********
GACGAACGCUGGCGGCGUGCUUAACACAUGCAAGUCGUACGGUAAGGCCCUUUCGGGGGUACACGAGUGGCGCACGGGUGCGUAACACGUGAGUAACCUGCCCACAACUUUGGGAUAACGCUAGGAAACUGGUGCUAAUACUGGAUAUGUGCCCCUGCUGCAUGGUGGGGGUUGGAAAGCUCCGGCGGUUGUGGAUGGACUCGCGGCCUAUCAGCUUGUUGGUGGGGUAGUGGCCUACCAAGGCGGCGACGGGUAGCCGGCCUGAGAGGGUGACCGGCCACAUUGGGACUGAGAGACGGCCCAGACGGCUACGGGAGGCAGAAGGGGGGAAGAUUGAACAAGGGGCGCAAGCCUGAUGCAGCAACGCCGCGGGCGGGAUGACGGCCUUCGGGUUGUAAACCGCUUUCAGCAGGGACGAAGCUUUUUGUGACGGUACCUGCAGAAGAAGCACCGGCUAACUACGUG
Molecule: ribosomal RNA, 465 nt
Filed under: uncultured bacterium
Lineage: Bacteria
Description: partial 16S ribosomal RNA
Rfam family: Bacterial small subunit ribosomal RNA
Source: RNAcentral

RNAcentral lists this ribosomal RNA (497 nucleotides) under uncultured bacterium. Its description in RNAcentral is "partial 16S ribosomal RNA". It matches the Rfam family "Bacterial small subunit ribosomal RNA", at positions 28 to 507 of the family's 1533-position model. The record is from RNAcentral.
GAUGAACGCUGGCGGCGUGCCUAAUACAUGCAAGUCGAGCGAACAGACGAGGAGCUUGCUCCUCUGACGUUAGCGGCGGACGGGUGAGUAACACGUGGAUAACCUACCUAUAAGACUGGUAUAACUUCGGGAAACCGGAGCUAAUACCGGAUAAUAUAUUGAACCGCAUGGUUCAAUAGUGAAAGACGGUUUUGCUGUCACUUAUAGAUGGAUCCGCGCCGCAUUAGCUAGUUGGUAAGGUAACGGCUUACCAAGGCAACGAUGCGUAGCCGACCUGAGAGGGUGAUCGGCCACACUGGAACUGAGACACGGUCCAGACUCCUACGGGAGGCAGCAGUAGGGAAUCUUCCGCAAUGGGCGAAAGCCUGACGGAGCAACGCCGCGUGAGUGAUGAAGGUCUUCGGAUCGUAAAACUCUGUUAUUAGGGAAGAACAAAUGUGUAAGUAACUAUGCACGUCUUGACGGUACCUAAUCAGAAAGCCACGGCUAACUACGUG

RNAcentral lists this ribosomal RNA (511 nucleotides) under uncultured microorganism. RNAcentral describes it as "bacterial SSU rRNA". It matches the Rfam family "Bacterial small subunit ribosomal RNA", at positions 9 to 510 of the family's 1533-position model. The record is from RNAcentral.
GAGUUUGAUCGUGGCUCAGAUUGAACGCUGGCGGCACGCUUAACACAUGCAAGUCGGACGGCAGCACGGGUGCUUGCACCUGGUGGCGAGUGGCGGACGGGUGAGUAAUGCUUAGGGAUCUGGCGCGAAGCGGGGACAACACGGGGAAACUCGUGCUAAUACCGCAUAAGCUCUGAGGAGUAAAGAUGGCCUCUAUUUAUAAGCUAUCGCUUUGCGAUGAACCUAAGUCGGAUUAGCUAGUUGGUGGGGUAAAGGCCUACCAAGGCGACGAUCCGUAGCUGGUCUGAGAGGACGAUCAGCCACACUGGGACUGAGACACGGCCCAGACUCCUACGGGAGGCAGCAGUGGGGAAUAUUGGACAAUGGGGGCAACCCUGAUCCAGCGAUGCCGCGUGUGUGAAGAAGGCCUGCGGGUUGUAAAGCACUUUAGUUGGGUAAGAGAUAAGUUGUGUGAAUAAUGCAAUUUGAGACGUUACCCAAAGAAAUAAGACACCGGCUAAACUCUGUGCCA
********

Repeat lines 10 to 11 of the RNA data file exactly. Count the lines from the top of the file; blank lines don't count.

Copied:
RNAcentral lists this ribosomal RNA (511 nucleotides) under uncultured microorganism. RNAcentral describes it as "bacterial SSU rRNA". It matches the Rfam family "Bacterial small subunit ribosomal RNA", at positions 9 to 510 of the family's 1533-position model. The record is from RNAcentral.
GAGUUUGAUCGUGGCUCAGAUUGAACGCUGGCGGCACGCUUAACACAUGCAAGUCGGACGGCAGCACGGGUGCUUGCACCUGGUGGCGAGUGGCGGACGGGUGAGUAAUGCUUAGGGAUCUGGCGCGAAGCGGGGACAACACGGGGAAACUCGUGCUAAUACCGCAUAAGCUCUGAGGAGUAAAGAUGGCCUCUAUUUAUAAGCUAUCGCUUUGCGAUGAACCUAAGUCGGAUUAGCUAGUUGGUGGGGUAAAGGCCUACCAAGGCGACGAUCCGUAGCUGGUCUGAGAGGACGAUCAGCCACACUGGGACUGAGACACGGCCCAGACUCCUACGGGAGGCAGCAGUGGGGAAUAUUGGACAAUGGGGGCAACCCUGAUCCAGCGAUGCCGCGUGUGUGAAGAAGGCCUGCGGGUUGUAAAGCACUUUAGUUGGGUAAGAGAUAAGUUGUGUGAAUAAUGCAAUUUGAGACGUUACCCAAAGAAAUAAGACACCGGCUAAACUCUGUGCCA